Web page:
Both men had seats for a time, until
at the intersection of a shopping
street the car became crowded with
women. Both offered their seats to
the nearest women. The one who ac
cepted Mr. Mansfield's courtesy slid
into his seat without a word. The
actor raised his silk hat.
"I beg your pardon," he said,
The woman looked up, apparently
"I didn't say anything," she volun
"Pardon me for my mistake." re
turned Mansfield. in a kindly tone.
"Pardon mne. I thought you said
'Thank you!' "-N. Y. Times.
The Record Coinage.
Australia's mint record beats all
others. In the past 50 years she has
coined £55 a head of her population.
Holland. which comes next, made
only £13 per head in the same time.
Are 'Lsurlei Litle Knaown 'inaT h -h d "
Since the publication in the eodh-l
sular reports of my recent brief dias
patch in regard to'.ice in France, I
have received many letters requesting
additional information upon the sub
ject. In almost every instance one of
the first inquiries is: "What are the
prospects for the establishment of an
ice cream and cool drink business in
the large French towns?" I do not
know whether the answering of such
a question comes within the sphere of
a consul's duty, as the opening of ice
cream saloons and the running of
cool drink establishments by Ameri
cans in France would hardly affect the
output of United States products, but
speaking generally I should say that,
as far as Rouen is concerned, the out
look for such establishments is good.
A few evenings ago Istopped at one
of the largest cafes here and asked
for ice cream. It was served in a lit
tle glass about the size of a wineglass.
There was certainly not more than
three level tablespoonfuls, and of a
poor quality at that. The cost was
20 cents. There are only two or three
places in this city where cream is
served. In order to make such a
business pay a great deal of patience
would have to be exercised. In Nor
mandy new ideas filter into the peo
ple's minds very slowly, and the per
son who opened an ice cream saloon
would, in the beginning, be regarded
with suspicion. Then there is a deep
seated prejudice against cool things,
and physicians generally say that ice
is most injurious to the health.
Another question which has been
repeatedly asked is: "Can ice be had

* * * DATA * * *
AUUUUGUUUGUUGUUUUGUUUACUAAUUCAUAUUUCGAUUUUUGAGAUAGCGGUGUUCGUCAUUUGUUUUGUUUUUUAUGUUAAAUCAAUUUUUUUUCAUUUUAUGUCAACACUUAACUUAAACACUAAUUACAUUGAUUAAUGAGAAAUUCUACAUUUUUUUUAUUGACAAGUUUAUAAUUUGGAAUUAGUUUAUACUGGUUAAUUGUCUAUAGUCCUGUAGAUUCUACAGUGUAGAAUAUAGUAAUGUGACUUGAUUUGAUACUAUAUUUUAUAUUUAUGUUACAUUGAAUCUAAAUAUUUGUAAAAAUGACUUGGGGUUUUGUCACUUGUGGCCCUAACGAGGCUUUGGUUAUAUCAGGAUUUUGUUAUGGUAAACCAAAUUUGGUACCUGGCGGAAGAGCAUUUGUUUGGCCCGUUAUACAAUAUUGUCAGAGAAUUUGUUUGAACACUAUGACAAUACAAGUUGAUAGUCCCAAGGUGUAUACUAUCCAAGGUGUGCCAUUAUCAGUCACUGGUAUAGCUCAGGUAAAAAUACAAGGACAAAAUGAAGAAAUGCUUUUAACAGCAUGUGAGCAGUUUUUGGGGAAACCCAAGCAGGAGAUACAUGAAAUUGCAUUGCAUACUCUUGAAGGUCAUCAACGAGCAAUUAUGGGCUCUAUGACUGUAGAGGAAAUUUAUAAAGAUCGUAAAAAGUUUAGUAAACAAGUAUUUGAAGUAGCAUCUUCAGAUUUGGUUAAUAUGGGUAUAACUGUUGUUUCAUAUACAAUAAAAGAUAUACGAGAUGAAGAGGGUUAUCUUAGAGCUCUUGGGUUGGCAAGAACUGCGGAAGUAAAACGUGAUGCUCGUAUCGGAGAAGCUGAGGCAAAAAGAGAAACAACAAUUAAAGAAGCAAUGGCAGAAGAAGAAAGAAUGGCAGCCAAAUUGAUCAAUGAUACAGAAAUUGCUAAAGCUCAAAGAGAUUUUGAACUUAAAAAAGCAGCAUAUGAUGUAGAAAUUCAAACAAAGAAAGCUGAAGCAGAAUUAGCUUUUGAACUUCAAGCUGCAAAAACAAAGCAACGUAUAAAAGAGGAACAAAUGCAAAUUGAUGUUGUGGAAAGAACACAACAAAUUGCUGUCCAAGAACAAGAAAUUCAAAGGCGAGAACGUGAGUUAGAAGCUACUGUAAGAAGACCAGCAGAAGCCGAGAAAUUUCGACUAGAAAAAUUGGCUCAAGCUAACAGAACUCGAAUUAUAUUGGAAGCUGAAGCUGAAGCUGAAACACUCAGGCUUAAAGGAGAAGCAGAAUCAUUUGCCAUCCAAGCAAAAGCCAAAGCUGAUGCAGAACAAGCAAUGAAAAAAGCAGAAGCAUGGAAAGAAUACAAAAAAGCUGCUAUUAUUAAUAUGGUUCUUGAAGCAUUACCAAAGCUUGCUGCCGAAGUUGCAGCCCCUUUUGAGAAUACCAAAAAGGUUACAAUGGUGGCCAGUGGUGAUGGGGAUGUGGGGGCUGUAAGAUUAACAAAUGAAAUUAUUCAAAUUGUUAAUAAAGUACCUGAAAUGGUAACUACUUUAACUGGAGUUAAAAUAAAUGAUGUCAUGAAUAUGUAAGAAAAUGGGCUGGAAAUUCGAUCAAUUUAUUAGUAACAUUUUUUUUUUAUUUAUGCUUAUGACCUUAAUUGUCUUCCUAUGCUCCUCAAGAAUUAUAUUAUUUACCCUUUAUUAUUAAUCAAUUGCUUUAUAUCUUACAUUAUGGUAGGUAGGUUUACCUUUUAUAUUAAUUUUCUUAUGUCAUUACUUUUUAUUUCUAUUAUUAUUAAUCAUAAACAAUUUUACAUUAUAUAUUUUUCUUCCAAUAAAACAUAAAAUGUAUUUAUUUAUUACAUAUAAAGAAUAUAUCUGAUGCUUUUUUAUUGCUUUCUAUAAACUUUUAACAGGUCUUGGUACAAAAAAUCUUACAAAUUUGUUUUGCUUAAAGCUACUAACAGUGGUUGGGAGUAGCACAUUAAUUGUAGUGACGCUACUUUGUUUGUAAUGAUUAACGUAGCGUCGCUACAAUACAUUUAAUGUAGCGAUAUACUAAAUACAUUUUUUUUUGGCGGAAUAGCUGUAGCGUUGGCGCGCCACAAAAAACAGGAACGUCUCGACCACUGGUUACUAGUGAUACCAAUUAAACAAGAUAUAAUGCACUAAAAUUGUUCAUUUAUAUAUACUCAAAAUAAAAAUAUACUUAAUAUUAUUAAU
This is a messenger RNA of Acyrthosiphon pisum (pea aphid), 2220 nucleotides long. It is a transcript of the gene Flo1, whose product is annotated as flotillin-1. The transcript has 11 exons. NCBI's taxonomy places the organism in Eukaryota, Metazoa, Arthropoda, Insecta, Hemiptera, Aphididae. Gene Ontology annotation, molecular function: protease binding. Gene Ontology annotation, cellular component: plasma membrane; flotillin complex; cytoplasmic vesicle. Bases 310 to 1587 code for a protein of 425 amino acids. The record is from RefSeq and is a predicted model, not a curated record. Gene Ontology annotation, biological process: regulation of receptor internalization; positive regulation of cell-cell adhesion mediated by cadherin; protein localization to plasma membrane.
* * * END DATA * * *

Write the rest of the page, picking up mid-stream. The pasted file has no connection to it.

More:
at a reasonable price, and, if not,
would a small icemaking plant pay
well?" Undoubtedly, a market exists
in many of the larger cities of France
for icemaking machinery of American
manufacture. As a natural conse
quence, all else connected with the
comforts of cool living in hot weather
would follow the introduction of these
machines. This spring a Mr. Pat
terson, an American, established the
first ice factory in this city with an
output of 24 tons daily. Heretofore
all ice was shipped from Norway, but,
it cannot be long before such compe
tition must give way to the manufac
tured product, even though the im
ported ice is admitted free of duties.
-Consular Report from Rouen.
THE VOLUME OF RIVERS.
Comparison of the Discha rge of the Mi..
elsaippi and Columbia.
An estimate by Capt. Harts of the
volume of water flowing in the Co
lumbia river is interesting, in compar
ison with the volume of the Missis
sippi at New Orleans, says the Port
land Oregonian. Capt. Harts made
his observations in The Dalles. At
low water he found a flow of 108,000
cubic feet per second; at high water,
1,600,000 cubic feet per second. At
low water the discharge at New Or
leans is 250,000 cubic feet per sec
ond; at ordinary high water, 1,000,
000 cubic feet, and at extreme high
water 1,200.000 cubic feet per second.
To these figures from ten to fifteen
per cent. should be added for the flow
through the Atchafalaya. This esti
mate as to the Mlississippi is from the
most recent sources we have at hand.
They are from Johnson's Cyclopedia,
copyright 1894. compiled from the
"Journal of the Association of Engi
neering Societies and Other Sources."
The mean annual discharge of the
whole Mississippi basin into the Gulf
of Mexico. including that by the
Atchafalaya and bayou outlets, is es
timated at 675.000 cubic feet per see
ond. It is larger, probably, than the
mean annual discharge of the Colum
hia basin. hut not greatly larger, for
the ('olumbia flows at low-water stage
not more than two months in the year,
and at the high-water stage it carries
a greater volume than the Mssiissip
pi. Below the Ohio the Mississippi
gains little in volume, losing by seep
age and evaporation about as it re
ceives from its lower affluents. The
flow of the St. Lawrence much ex
coeds that of any river in North Amer
ica. Various authorities agree that
the mean annual discharge is in ex
cess of 1,000.000 cubic feet per sec
ond. The volume at Niagara is esti
mated at 390,000 cubic feet per sec
ond. It varies little throughout the
year, since the great lakes above regu
late the voTume and give it an even
The Cure for It.
If a woman ha- so much faith in
human nature, she can be helped to
overcome the fault by opening a
boarding house.-Atchison Globe.
The Model Husband.
The model husband is all right, pro
vided he is a working model.--Chica
go Daily News.